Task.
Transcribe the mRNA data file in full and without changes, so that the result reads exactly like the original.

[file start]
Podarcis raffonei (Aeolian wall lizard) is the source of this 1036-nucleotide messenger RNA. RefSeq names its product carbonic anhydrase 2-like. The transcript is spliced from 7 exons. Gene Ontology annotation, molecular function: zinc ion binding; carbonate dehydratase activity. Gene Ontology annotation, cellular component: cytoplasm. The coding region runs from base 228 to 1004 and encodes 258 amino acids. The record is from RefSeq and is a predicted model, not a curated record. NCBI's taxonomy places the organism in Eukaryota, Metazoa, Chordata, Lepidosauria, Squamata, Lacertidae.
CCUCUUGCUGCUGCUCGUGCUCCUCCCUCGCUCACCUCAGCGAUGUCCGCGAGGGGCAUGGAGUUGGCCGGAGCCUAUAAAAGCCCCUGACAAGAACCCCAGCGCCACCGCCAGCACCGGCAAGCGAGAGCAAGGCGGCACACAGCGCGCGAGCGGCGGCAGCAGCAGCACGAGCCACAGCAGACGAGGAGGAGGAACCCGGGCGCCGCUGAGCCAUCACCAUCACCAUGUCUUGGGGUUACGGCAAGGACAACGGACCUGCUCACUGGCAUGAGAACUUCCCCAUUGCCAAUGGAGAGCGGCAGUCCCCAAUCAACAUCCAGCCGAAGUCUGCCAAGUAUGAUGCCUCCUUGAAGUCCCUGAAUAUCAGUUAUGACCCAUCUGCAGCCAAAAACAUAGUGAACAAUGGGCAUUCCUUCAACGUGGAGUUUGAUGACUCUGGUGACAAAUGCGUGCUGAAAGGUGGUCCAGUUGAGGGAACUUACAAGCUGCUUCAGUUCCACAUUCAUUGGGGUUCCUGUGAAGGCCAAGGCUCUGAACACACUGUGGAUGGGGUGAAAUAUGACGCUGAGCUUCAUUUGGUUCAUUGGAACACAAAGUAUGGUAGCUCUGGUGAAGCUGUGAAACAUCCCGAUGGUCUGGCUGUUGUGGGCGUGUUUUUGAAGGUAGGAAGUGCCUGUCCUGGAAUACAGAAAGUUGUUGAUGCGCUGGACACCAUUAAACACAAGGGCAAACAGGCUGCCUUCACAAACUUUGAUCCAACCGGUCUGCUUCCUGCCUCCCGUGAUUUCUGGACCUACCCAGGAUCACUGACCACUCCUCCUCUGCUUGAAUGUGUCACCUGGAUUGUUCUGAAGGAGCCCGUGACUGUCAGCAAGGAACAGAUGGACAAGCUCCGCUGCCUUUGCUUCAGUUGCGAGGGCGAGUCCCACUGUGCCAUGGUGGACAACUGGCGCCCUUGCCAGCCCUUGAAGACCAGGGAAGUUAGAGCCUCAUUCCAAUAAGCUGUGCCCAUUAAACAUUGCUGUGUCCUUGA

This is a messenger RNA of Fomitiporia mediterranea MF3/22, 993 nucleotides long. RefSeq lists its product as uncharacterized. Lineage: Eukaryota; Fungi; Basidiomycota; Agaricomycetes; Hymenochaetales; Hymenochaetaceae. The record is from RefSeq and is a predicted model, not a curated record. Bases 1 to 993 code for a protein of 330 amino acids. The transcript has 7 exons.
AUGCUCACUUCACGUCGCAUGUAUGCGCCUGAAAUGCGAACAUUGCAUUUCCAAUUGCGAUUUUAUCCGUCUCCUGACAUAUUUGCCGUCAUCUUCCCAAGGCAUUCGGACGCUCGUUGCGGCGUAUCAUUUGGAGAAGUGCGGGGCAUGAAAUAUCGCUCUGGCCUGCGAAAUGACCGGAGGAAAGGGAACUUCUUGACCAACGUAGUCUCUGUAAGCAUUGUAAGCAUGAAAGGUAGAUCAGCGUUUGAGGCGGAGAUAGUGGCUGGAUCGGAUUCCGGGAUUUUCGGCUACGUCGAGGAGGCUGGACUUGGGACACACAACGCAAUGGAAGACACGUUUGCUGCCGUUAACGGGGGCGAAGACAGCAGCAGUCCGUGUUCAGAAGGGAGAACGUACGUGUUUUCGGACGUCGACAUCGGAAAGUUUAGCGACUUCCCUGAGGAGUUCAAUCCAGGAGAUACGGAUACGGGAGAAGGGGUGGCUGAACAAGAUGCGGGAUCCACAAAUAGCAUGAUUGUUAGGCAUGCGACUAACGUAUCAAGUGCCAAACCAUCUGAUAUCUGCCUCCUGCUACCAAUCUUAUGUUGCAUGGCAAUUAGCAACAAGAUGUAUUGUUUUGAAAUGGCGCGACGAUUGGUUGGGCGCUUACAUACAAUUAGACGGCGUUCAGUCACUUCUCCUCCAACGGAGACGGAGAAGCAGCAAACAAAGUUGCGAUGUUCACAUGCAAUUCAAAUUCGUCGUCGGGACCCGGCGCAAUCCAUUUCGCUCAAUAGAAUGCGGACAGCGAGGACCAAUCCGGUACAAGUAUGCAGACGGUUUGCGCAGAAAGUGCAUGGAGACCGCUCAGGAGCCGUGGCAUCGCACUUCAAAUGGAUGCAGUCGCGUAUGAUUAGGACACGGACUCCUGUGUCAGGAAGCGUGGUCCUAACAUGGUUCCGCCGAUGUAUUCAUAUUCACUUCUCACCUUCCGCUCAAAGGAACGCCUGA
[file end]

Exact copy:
Podarcis raffonei (Aeolian wall lizard) is the source of this 1036-nucleotide messenger RNA. RefSeq names its product carbonic anhydrase 2-like. The transcript is spliced from 7 exons. Gene Ontology annotation, molecular function: zinc ion binding; carbonate dehydratase activity. Gene Ontology annotation, cellular component: cytoplasm. The coding region runs from base 228 to 1004 and encodes 258 amino acids. The record is from RefSeq and is a predicted model, not a curated record. NCBI's taxonomy places the organism in Eukaryota, Metazoa, Chordata, Lepidosauria, Squamata, Lacertidae.
CCUCUUGCUGCUGCUCGUGCUCCUCCCUCGCUCACCUCAGCGAUGUCCGCGAGGGGCAUGGAGUUGGCCGGAGCCUAUAAAAGCCCCUGACAAGAACCCCAGCGCCACCGCCAGCACCGGCAAGCGAGAGCAAGGCGGCACACAGCGCGCGAGCGGCGGCAGCAGCAGCACGAGCCACAGCAGACGAGGAGGAGGAACCCGGGCGCCGCUGAGCCAUCACCAUCACCAUGUCUUGGGGUUACGGCAAGGACAACGGACCUGCUCACUGGCAUGAGAACUUCCCCAUUGCCAAUGGAGAGCGGCAGUCCCCAAUCAACAUCCAGCCGAAGUCUGCCAAGUAUGAUGCCUCCUUGAAGUCCCUGAAUAUCAGUUAUGACCCAUCUGCAGCCAAAAACAUAGUGAACAAUGGGCAUUCCUUCAACGUGGAGUUUGAUGACUCUGGUGACAAAUGCGUGCUGAAAGGUGGUCCAGUUGAGGGAACUUACAAGCUGCUUCAGUUCCACAUUCAUUGGGGUUCCUGUGAAGGCCAAGGCUCUGAACACACUGUGGAUGGGGUGAAAUAUGACGCUGAGCUUCAUUUGGUUCAUUGGAACACAAAGUAUGGUAGCUCUGGUGAAGCUGUGAAACAUCCCGAUGGUCUGGCUGUUGUGGGCGUGUUUUUGAAGGUAGGAAGUGCCUGUCCUGGAAUACAGAAAGUUGUUGAUGCGCUGGACACCAUUAAACACAAGGGCAAACAGGCUGCCUUCACAAACUUUGAUCCAACCGGUCUGCUUCCUGCCUCCCGUGAUUUCUGGACCUACCCAGGAUCACUGACCACUCCUCCUCUGCUUGAAUGUGUCACCUGGAUUGUUCUGAAGGAGCCCGUGACUGUCAGCAAGGAACAGAUGGACAAGCUCCGCUGCCUUUGCUUCAGUUGCGAGGGCGAGUCCCACUGUGCCAUGGUGGACAACUGGCGCCCUUGCCAGCCCUUGAAGACCAGGGAAGUUAGAGCCUCAUUCCAAUAAGCUGUGCCCAUUAAACAUUGCUGUGUCCUUGA

This is a messenger RNA of Fomitiporia mediterranea MF3/22, 993 nucleotides long. RefSeq lists its product as uncharacterized. Lineage: Eukaryota; Fungi; Basidiomycota; Agaricomycetes; Hymenochaetales; Hymenochaetaceae. The record is from RefSeq and is a predicted model, not a curated record. Bases 1 to 993 code for a protein of 330 amino acids. The transcript has 7 exons.
AUGCUCACUUCACGUCGCAUGUAUGCGCCUGAAAUGCGAACAUUGCAUUUCCAAUUGCGAUUUUAUCCGUCUCCUGACAUAUUUGCCGUCAUCUUCCCAAGGCAUUCGGACGCUCGUUGCGGCGUAUCAUUUGGAGAAGUGCGGGGCAUGAAAUAUCGCUCUGGCCUGCGAAAUGACCGGAGGAAAGGGAACUUCUUGACCAACGUAGUCUCUGUAAGCAUUGUAAGCAUGAAAGGUAGAUCAGCGUUUGAGGCGGAGAUAGUGGCUGGAUCGGAUUCCGGGAUUUUCGGCUACGUCGAGGAGGCUGGACUUGGGACACACAACGCAAUGGAAGACACGUUUGCUGCCGUUAACGGGGGCGAAGACAGCAGCAGUCCGUGUUCAGAAGGGAGAACGUACGUGUUUUCGGACGUCGACAUCGGAAAGUUUAGCGACUUCCCUGAGGAGUUCAAUCCAGGAGAUACGGAUACGGGAGAAGGGGUGGCUGAACAAGAUGCGGGAUCCACAAAUAGCAUGAUUGUUAGGCAUGCGACUAACGUAUCAAGUGCCAAACCAUCUGAUAUCUGCCUCCUGCUACCAAUCUUAUGUUGCAUGGCAAUUAGCAACAAGAUGUAUUGUUUUGAAAUGGCGCGACGAUUGGUUGGGCGCUUACAUACAAUUAGACGGCGUUCAGUCACUUCUCCUCCAACGGAGACGGAGAAGCAGCAAACAAAGUUGCGAUGUUCACAUGCAAUUCAAAUUCGUCGUCGGGACCCGGCGCAAUCCAUUUCGCUCAAUAGAAUGCGGACAGCGAGGACCAAUCCGGUACAAGUAUGCAGACGGUUUGCGCAGAAAGUGCAUGGAGACCGCUCAGGAGCCGUGGCAUCGCACUUCAAAUGGAUGCAGUCGCGUAUGAUUAGGACACGGACUCCUGUGUCAGGAAGCGUGGUCCUAACAUGGUUCCGCCGAUGUAUUCAUAUUCACUUCUCACCUUCCGCUCAAAGGAACGCCUGA